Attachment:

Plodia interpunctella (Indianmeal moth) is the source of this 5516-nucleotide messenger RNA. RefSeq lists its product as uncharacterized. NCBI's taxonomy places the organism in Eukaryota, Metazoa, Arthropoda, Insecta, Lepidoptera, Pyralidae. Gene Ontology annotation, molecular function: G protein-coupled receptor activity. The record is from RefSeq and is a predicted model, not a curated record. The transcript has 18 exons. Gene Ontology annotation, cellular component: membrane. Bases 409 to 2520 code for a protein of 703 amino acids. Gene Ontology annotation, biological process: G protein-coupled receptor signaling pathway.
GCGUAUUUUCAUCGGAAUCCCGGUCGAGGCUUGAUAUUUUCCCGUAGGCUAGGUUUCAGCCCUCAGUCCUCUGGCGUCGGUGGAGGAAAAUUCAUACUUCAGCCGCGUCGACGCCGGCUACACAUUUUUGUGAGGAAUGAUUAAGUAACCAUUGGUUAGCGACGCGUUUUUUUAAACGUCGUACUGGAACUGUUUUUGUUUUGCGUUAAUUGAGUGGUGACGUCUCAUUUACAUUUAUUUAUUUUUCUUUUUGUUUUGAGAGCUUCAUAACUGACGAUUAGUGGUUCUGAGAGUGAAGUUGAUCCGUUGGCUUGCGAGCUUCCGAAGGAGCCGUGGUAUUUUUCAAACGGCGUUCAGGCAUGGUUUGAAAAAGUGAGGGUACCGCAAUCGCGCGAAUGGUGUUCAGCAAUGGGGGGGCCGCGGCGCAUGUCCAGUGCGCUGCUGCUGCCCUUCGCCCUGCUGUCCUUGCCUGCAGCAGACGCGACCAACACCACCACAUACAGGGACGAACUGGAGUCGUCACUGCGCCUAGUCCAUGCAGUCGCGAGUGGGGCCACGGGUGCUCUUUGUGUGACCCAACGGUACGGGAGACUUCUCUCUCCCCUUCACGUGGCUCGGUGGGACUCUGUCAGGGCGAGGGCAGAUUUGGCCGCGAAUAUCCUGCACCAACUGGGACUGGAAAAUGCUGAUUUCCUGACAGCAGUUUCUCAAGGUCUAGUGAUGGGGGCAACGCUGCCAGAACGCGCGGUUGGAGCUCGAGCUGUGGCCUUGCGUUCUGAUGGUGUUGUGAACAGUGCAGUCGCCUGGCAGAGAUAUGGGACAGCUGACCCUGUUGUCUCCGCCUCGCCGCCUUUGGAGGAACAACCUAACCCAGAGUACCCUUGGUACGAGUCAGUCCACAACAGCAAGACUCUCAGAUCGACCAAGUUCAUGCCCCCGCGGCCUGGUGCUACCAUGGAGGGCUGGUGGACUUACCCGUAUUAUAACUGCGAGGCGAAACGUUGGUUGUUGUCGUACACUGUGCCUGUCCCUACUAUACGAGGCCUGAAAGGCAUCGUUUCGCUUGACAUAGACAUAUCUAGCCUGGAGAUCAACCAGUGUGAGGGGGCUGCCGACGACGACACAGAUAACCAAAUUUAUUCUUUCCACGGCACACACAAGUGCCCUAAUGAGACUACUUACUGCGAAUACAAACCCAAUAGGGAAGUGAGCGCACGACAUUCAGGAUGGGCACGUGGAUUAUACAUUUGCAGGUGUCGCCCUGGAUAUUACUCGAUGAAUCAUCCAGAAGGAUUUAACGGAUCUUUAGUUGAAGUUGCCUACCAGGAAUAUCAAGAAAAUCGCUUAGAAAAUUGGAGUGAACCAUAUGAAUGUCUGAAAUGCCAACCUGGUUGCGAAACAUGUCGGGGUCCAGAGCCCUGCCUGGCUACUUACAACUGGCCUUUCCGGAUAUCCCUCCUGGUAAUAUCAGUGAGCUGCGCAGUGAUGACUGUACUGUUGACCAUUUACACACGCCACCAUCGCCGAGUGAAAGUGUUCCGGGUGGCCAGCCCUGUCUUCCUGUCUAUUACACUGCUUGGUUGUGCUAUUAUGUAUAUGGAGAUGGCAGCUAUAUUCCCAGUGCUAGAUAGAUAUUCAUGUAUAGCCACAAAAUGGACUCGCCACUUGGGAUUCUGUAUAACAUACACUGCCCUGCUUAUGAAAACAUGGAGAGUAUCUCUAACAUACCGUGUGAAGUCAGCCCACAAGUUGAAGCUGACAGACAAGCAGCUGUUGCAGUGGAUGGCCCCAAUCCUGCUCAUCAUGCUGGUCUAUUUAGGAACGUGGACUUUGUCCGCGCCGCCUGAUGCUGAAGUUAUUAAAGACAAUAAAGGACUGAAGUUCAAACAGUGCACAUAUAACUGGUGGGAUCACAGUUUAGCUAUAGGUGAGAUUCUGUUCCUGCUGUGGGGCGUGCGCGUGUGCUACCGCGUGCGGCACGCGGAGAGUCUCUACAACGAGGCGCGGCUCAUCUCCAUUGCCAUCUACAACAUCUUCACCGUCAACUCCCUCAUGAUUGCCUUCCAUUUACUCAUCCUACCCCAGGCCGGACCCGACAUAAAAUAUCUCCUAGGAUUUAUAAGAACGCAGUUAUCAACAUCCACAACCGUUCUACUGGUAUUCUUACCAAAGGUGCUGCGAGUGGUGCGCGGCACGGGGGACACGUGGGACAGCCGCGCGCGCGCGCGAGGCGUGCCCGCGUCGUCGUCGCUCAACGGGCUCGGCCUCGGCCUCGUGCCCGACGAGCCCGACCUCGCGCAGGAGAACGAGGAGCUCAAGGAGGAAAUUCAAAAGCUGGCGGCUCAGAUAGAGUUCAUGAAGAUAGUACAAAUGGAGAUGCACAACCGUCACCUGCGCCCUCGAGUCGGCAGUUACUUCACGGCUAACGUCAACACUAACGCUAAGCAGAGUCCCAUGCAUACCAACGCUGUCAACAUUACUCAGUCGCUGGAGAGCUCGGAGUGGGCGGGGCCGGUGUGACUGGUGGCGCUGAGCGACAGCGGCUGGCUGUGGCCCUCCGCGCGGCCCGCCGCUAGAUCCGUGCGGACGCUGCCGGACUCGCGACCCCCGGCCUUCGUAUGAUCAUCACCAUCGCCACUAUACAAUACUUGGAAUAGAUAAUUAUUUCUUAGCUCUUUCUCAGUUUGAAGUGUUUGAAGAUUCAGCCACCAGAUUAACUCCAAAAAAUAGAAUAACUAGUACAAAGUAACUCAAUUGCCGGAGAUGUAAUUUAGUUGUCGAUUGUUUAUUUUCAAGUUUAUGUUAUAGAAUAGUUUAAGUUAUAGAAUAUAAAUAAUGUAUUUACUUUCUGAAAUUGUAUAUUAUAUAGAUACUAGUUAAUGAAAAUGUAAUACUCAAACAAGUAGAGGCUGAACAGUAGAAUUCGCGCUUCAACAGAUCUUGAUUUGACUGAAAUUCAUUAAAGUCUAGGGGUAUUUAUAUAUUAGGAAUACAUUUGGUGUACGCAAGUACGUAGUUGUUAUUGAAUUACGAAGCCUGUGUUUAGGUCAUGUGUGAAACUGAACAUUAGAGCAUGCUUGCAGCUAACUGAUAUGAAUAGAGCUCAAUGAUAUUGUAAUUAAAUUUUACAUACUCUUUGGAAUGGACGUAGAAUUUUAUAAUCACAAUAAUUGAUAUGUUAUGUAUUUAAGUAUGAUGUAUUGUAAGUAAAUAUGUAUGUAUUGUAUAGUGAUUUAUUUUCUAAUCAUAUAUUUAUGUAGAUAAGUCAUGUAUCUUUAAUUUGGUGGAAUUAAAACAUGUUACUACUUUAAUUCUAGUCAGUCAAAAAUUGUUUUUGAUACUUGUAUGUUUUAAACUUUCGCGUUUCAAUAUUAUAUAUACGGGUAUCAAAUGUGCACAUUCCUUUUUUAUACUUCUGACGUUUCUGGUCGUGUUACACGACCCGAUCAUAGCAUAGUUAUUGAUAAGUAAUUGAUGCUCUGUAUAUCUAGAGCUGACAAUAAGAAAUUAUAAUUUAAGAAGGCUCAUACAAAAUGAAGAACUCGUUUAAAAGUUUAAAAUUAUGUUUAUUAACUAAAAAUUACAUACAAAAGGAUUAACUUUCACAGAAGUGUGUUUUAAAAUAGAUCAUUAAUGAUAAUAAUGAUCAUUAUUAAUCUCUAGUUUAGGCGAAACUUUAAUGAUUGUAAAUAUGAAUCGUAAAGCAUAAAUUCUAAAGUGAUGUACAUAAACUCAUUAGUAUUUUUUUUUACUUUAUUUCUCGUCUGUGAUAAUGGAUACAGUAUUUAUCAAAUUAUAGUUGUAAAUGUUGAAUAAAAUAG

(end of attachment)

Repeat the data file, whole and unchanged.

Plodia interpunctella (Indianmeal moth) is the source of this 5516-nucleotide messenger RNA. RefSeq lists its product as uncharacterized. NCBI's taxonomy places the organism in Eukaryota, Metazoa, Arthropoda, Insecta, Lepidoptera, Pyralidae. Gene Ontology annotation, molecular function: G protein-coupled receptor activity. The record is from RefSeq and is a predicted model, not a curated record. The transcript has 18 exons. Gene Ontology annotation, cellular component: membrane. Bases 409 to 2520 code for a protein of 703 amino acids. Gene Ontology annotation, biological process: G protein-coupled receptor signaling pathway.
GCGUAUUUUCAUCGGAAUCCCGGUCGAGGCUUGAUAUUUUCCCGUAGGCUAGGUUUCAGCCCUCAGUCCUCUGGCGUCGGUGGAGGAAAAUUCAUACUUCAGCCGCGUCGACGCCGGCUACACAUUUUUGUGAGGAAUGAUUAAGUAACCAUUGGUUAGCGACGCGUUUUUUUAAACGUCGUACUGGAACUGUUUUUGUUUUGCGUUAAUUGAGUGGUGACGUCUCAUUUACAUUUAUUUAUUUUUCUUUUUGUUUUGAGAGCUUCAUAACUGACGAUUAGUGGUUCUGAGAGUGAAGUUGAUCCGUUGGCUUGCGAGCUUCCGAAGGAGCCGUGGUAUUUUUCAAACGGCGUUCAGGCAUGGUUUGAAAAAGUGAGGGUACCGCAAUCGCGCGAAUGGUGUUCAGCAAUGGGGGGGCCGCGGCGCAUGUCCAGUGCGCUGCUGCUGCCCUUCGCCCUGCUGUCCUUGCCUGCAGCAGACGCGACCAACACCACCACAUACAGGGACGAACUGGAGUCGUCACUGCGCCUAGUCCAUGCAGUCGCGAGUGGGGCCACGGGUGCUCUUUGUGUGACCCAACGGUACGGGAGACUUCUCUCUCCCCUUCACGUGGCUCGGUGGGACUCUGUCAGGGCGAGGGCAGAUUUGGCCGCGAAUAUCCUGCACCAACUGGGACUGGAAAAUGCUGAUUUCCUGACAGCAGUUUCUCAAGGUCUAGUGAUGGGGGCAACGCUGCCAGAACGCGCGGUUGGAGCUCGAGCUGUGGCCUUGCGUUCUGAUGGUGUUGUGAACAGUGCAGUCGCCUGGCAGAGAUAUGGGACAGCUGACCCUGUUGUCUCCGCCUCGCCGCCUUUGGAGGAACAACCUAACCCAGAGUACCCUUGGUACGAGUCAGUCCACAACAGCAAGACUCUCAGAUCGACCAAGUUCAUGCCCCCGCGGCCUGGUGCUACCAUGGAGGGCUGGUGGACUUACCCGUAUUAUAACUGCGAGGCGAAACGUUGGUUGUUGUCGUACACUGUGCCUGUCCCUACUAUACGAGGCCUGAAAGGCAUCGUUUCGCUUGACAUAGACAUAUCUAGCCUGGAGAUCAACCAGUGUGAGGGGGCUGCCGACGACGACACAGAUAACCAAAUUUAUUCUUUCCACGGCACACACAAGUGCCCUAAUGAGACUACUUACUGCGAAUACAAACCCAAUAGGGAAGUGAGCGCACGACAUUCAGGAUGGGCACGUGGAUUAUACAUUUGCAGGUGUCGCCCUGGAUAUUACUCGAUGAAUCAUCCAGAAGGAUUUAACGGAUCUUUAGUUGAAGUUGCCUACCAGGAAUAUCAAGAAAAUCGCUUAGAAAAUUGGAGUGAACCAUAUGAAUGUCUGAAAUGCCAACCUGGUUGCGAAACAUGUCGGGGUCCAGAGCCCUGCCUGGCUACUUACAACUGGCCUUUCCGGAUAUCCCUCCUGGUAAUAUCAGUGAGCUGCGCAGUGAUGACUGUACUGUUGACCAUUUACACACGCCACCAUCGCCGAGUGAAAGUGUUCCGGGUGGCCAGCCCUGUCUUCCUGUCUAUUACACUGCUUGGUUGUGCUAUUAUGUAUAUGGAGAUGGCAGCUAUAUUCCCAGUGCUAGAUAGAUAUUCAUGUAUAGCCACAAAAUGGACUCGCCACUUGGGAUUCUGUAUAACAUACACUGCCCUGCUUAUGAAAACAUGGAGAGUAUCUCUAACAUACCGUGUGAAGUCAGCCCACAAGUUGAAGCUGACAGACAAGCAGCUGUUGCAGUGGAUGGCCCCAAUCCUGCUCAUCAUGCUGGUCUAUUUAGGAACGUGGACUUUGUCCGCGCCGCCUGAUGCUGAAGUUAUUAAAGACAAUAAAGGACUGAAGUUCAAACAGUGCACAUAUAACUGGUGGGAUCACAGUUUAGCUAUAGGUGAGAUUCUGUUCCUGCUGUGGGGCGUGCGCGUGUGCUACCGCGUGCGGCACGCGGAGAGUCUCUACAACGAGGCGCGGCUCAUCUCCAUUGCCAUCUACAACAUCUUCACCGUCAACUCCCUCAUGAUUGCCUUCCAUUUACUCAUCCUACCCCAGGCCGGACCCGACAUAAAAUAUCUCCUAGGAUUUAUAAGAACGCAGUUAUCAACAUCCACAACCGUUCUACUGGUAUUCUUACCAAAGGUGCUGCGAGUGGUGCGCGGCACGGGGGACACGUGGGACAGCCGCGCGCGCGCGCGAGGCGUGCCCGCGUCGUCGUCGCUCAACGGGCUCGGCCUCGGCCUCGUGCCCGACGAGCCCGACCUCGCGCAGGAGAACGAGGAGCUCAAGGAGGAAAUUCAAAAGCUGGCGGCUCAGAUAGAGUUCAUGAAGAUAGUACAAAUGGAGAUGCACAACCGUCACCUGCGCCCUCGAGUCGGCAGUUACUUCACGGCUAACGUCAACACUAACGCUAAGCAGAGUCCCAUGCAUACCAACGCUGUCAACAUUACUCAGUCGCUGGAGAGCUCGGAGUGGGCGGGGCCGGUGUGACUGGUGGCGCUGAGCGACAGCGGCUGGCUGUGGCCCUCCGCGCGGCCCGCCGCUAGAUCCGUGCGGACGCUGCCGGACUCGCGACCCCCGGCCUUCGUAUGAUCAUCACCAUCGCCACUAUACAAUACUUGGAAUAGAUAAUUAUUUCUUAGCUCUUUCUCAGUUUGAAGUGUUUGAAGAUUCAGCCACCAGAUUAACUCCAAAAAAUAGAAUAACUAGUACAAAGUAACUCAAUUGCCGGAGAUGUAAUUUAGUUGUCGAUUGUUUAUUUUCAAGUUUAUGUUAUAGAAUAGUUUAAGUUAUAGAAUAUAAAUAAUGUAUUUACUUUCUGAAAUUGUAUAUUAUAUAGAUACUAGUUAAUGAAAAUGUAAUACUCAAACAAGUAGAGGCUGAACAGUAGAAUUCGCGCUUCAACAGAUCUUGAUUUGACUGAAAUUCAUUAAAGUCUAGGGGUAUUUAUAUAUUAGGAAUACAUUUGGUGUACGCAAGUACGUAGUUGUUAUUGAAUUACGAAGCCUGUGUUUAGGUCAUGUGUGAAACUGAACAUUAGAGCAUGCUUGCAGCUAACUGAUAUGAAUAGAGCUCAAUGAUAUUGUAAUUAAAUUUUACAUACUCUUUGGAAUGGACGUAGAAUUUUAUAAUCACAAUAAUUGAUAUGUUAUGUAUUUAAGUAUGAUGUAUUGUAAGUAAAUAUGUAUGUAUUGUAUAGUGAUUUAUUUUCUAAUCAUAUAUUUAUGUAGAUAAGUCAUGUAUCUUUAAUUUGGUGGAAUUAAAACAUGUUACUACUUUAAUUCUAGUCAGUCAAAAAUUGUUUUUGAUACUUGUAUGUUUUAAACUUUCGCGUUUCAAUAUUAUAUAUACGGGUAUCAAAUGUGCACAUUCCUUUUUUAUACUUCUGACGUUUCUGGUCGUGUUACACGACCCGAUCAUAGCAUAGUUAUUGAUAAGUAAUUGAUGCUCUGUAUAUCUAGAGCUGACAAUAAGAAAUUAUAAUUUAAGAAGGCUCAUACAAAAUGAAGAACUCGUUUAAAAGUUUAAAAUUAUGUUUAUUAACUAAAAAUUACAUACAAAAGGAUUAACUUUCACAGAAGUGUGUUUUAAAAUAGAUCAUUAAUGAUAAUAAUGAUCAUUAUUAAUCUCUAGUUUAGGCGAAACUUUAAUGAUUGUAAAUAUGAAUCGUAAAGCAUAAAUUCUAAAGUGAUGUACAUAAACUCAUUAGUAUUUUUUUUUACUUUAUUUCUCGUCUGUGAUAAUGGAUACAGUAUUUAUCAAAUUAUAGUUGUAAAUGUUGAAUAAAAUAG